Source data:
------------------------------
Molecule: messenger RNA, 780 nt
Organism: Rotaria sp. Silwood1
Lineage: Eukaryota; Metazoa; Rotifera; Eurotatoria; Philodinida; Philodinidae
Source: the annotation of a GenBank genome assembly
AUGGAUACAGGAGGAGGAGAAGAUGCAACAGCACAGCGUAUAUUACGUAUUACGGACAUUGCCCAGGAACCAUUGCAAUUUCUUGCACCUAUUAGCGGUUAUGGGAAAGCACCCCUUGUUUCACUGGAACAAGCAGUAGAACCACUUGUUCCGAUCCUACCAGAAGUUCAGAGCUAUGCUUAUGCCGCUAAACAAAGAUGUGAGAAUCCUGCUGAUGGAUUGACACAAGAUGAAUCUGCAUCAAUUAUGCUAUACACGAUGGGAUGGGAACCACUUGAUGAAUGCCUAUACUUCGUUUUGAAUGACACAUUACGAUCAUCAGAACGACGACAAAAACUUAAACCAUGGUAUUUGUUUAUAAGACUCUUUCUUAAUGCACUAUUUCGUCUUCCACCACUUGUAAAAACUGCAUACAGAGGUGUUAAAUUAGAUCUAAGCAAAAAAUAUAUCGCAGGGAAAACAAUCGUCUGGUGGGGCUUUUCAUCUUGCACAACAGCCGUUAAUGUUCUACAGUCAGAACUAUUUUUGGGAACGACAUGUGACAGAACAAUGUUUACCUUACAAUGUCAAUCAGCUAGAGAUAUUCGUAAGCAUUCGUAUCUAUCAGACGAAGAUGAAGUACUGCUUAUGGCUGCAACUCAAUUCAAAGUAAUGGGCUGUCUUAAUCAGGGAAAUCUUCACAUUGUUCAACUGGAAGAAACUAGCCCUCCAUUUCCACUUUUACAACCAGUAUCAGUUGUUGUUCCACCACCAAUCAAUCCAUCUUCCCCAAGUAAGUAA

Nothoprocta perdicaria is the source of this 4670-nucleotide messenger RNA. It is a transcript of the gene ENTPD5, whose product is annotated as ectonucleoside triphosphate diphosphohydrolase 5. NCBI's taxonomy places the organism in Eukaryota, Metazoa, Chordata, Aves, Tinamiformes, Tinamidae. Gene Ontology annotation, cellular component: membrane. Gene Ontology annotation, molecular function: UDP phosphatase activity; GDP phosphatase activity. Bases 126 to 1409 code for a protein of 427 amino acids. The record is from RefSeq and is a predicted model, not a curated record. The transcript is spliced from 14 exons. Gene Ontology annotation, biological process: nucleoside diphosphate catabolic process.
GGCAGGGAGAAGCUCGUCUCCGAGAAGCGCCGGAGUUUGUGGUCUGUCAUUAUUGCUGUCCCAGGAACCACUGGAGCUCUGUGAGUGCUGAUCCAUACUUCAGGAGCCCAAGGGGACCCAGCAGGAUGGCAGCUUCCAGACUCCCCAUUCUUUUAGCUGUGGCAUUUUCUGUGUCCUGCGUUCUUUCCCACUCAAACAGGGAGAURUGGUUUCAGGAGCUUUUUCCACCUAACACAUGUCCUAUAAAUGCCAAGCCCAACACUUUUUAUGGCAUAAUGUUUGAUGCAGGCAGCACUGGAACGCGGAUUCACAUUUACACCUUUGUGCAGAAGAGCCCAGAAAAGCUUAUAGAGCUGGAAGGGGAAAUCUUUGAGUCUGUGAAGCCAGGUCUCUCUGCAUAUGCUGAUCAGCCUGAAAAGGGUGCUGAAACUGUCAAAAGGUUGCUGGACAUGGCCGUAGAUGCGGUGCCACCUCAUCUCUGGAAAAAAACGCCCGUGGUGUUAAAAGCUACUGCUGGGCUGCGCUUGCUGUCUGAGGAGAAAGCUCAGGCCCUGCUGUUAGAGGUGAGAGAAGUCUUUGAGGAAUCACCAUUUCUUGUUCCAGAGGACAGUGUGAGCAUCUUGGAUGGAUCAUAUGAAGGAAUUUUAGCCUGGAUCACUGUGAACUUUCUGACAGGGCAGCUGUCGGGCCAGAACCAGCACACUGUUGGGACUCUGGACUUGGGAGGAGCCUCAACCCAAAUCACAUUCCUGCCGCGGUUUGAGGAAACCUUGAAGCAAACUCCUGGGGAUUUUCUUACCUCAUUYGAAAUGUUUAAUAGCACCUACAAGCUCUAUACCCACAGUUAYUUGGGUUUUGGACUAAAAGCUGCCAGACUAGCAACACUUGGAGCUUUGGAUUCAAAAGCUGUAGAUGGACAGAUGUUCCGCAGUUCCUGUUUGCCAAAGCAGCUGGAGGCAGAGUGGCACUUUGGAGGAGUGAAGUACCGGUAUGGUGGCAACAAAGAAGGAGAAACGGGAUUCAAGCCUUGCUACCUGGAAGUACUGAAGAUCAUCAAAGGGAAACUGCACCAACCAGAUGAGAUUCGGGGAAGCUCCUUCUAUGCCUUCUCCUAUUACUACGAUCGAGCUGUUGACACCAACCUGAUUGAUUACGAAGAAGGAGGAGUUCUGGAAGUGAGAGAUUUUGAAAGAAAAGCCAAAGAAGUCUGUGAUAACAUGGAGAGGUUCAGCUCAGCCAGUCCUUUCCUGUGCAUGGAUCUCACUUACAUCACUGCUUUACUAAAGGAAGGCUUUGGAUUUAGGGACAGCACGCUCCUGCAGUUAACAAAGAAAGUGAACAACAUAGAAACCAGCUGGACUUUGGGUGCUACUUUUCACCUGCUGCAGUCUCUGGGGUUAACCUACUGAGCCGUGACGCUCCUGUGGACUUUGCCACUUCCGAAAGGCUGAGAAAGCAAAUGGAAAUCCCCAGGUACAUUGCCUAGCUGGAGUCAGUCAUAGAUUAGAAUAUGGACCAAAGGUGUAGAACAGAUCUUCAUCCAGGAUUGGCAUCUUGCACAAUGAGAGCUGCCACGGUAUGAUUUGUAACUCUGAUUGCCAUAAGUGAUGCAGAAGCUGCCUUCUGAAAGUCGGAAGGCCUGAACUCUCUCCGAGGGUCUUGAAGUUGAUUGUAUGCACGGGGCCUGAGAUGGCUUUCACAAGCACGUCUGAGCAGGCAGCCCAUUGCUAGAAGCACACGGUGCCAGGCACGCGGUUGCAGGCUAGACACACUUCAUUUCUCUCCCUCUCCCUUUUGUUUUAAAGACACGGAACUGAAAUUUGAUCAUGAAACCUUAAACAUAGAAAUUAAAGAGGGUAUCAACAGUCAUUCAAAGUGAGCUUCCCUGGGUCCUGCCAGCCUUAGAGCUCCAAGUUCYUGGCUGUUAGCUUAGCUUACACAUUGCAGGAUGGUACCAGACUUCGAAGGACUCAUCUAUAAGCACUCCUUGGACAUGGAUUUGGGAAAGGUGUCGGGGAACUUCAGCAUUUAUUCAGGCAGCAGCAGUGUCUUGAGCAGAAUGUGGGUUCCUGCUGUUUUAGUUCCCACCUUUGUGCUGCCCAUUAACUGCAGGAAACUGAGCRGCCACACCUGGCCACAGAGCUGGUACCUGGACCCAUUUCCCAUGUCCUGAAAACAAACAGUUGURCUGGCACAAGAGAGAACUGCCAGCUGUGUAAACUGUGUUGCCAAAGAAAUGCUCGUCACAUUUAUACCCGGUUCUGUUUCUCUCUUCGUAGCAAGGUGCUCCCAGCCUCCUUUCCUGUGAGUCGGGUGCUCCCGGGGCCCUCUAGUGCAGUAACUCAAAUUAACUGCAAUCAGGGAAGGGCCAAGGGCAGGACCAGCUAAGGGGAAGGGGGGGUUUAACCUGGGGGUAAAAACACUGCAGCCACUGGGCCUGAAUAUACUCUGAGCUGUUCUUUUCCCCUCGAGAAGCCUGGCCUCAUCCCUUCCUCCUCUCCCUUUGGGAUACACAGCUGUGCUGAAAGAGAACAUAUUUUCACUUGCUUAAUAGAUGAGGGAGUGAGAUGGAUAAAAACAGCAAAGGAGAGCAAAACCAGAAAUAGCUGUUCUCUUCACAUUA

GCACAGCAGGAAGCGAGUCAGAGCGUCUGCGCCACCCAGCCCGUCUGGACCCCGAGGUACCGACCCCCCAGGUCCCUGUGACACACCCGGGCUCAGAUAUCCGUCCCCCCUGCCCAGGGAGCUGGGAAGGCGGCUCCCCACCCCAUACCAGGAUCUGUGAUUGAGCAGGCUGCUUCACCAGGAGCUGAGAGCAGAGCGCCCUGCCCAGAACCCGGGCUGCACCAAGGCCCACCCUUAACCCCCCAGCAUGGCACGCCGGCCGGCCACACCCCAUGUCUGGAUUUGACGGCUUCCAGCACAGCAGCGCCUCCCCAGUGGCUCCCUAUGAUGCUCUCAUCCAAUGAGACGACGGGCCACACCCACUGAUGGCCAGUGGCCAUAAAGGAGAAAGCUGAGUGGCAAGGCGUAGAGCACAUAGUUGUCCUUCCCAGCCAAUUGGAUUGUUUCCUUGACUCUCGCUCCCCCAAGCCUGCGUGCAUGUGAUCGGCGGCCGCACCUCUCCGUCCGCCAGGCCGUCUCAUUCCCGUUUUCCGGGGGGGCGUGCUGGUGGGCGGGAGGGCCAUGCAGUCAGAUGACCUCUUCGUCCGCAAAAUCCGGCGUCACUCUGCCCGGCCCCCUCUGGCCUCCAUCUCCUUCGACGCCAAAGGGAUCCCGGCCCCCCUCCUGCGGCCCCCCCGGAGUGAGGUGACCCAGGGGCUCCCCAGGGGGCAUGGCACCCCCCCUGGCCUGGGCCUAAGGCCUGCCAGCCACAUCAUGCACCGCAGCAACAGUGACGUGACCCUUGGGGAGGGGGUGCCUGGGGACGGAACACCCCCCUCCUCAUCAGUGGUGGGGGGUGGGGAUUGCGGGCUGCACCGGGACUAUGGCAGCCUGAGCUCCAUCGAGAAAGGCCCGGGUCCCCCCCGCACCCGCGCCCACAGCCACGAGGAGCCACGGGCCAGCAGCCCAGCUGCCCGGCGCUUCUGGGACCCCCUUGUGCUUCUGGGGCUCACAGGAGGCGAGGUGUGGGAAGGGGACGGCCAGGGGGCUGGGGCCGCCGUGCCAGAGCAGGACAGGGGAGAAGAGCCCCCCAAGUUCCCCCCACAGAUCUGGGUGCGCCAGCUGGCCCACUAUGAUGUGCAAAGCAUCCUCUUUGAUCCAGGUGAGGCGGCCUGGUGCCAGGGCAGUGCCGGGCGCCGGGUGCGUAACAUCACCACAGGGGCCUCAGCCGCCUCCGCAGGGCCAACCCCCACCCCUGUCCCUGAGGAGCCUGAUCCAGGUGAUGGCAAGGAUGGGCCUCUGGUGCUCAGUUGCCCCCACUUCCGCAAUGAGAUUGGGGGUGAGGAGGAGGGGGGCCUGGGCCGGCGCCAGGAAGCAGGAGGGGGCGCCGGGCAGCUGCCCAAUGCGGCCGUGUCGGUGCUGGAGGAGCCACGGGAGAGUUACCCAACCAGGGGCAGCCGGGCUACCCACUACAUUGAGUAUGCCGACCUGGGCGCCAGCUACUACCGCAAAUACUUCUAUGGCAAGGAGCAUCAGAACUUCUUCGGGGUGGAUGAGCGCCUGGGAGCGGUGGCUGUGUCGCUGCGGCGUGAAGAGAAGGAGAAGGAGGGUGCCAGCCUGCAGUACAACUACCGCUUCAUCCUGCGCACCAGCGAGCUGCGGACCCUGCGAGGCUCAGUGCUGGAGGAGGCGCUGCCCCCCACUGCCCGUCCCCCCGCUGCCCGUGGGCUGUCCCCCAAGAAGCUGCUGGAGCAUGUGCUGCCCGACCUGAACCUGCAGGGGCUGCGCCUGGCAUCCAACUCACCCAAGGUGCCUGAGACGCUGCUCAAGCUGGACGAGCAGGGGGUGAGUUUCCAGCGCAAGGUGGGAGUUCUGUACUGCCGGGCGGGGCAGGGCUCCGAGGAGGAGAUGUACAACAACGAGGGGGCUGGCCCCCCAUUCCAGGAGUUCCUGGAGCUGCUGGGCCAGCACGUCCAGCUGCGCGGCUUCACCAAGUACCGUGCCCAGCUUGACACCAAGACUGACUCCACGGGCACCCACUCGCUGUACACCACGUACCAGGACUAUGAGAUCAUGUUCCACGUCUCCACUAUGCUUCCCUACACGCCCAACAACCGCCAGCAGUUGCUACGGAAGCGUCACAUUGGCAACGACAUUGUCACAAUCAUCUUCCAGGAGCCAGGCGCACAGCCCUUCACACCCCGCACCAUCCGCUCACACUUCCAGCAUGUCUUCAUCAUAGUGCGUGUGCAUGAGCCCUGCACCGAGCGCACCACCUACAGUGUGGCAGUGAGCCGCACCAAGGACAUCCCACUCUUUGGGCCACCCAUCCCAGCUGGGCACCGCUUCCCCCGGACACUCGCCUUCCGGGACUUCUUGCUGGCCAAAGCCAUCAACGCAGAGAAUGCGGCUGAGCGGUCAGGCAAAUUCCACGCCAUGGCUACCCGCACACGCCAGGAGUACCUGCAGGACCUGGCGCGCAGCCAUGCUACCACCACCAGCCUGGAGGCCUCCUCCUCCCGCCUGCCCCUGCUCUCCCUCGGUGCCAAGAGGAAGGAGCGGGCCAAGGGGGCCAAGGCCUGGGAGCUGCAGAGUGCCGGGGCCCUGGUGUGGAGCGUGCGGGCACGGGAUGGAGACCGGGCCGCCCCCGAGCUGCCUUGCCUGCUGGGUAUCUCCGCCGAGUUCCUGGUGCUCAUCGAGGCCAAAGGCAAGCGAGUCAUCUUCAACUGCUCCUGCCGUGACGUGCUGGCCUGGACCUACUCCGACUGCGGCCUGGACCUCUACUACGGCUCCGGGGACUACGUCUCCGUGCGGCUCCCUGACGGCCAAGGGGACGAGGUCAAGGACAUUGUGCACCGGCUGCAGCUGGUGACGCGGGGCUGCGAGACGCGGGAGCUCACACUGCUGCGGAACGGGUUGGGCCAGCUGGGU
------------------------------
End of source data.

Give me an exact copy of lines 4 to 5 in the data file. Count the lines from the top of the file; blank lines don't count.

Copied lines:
Source: the annotation of a GenBank genome assembly
AUGGAUACAGGAGGAGGAGAAGAUGCAACAGCACAGCGUAUAUUACGUAUUACGGACAUUGCCCAGGAACCAUUGCAAUUUCUUGCACCUAUUAGCGGUUAUGGGAAAGCACCCCUUGUUUCACUGGAACAAGCAGUAGAACCACUUGUUCCGAUCCUACCAGAAGUUCAGAGCUAUGCUUAUGCCGCUAAACAAAGAUGUGAGAAUCCUGCUGAUGGAUUGACACAAGAUGAAUCUGCAUCAAUUAUGCUAUACACGAUGGGAUGGGAACCACUUGAUGAAUGCCUAUACUUCGUUUUGAAUGACACAUUACGAUCAUCAGAACGACGACAAAAACUUAAACCAUGGUAUUUGUUUAUAAGACUCUUUCUUAAUGCACUAUUUCGUCUUCCACCACUUGUAAAAACUGCAUACAGAGGUGUUAAAUUAGAUCUAAGCAAAAAAUAUAUCGCAGGGAAAACAAUCGUCUGGUGGGGCUUUUCAUCUUGCACAACAGCCGUUAAUGUUCUACAGUCAGAACUAUUUUUGGGAACGACAUGUGACAGAACAAUGUUUACCUUACAAUGUCAAUCAGCUAGAGAUAUUCGUAAGCAUUCGUAUCUAUCAGACGAAGAUGAAGUACUGCUUAUGGCUGCAACUCAAUUCAAAGUAAUGGGCUGUCUUAAUCAGGGAAAUCUUCACAUUGUUCAACUGGAAGAAACUAGCCCUCCAUUUCCACUUUUACAACCAGUAUCAGUUGUUGUUCCACCACCAAUCAAUCCAUCUUCCCCAAGUAAGUAA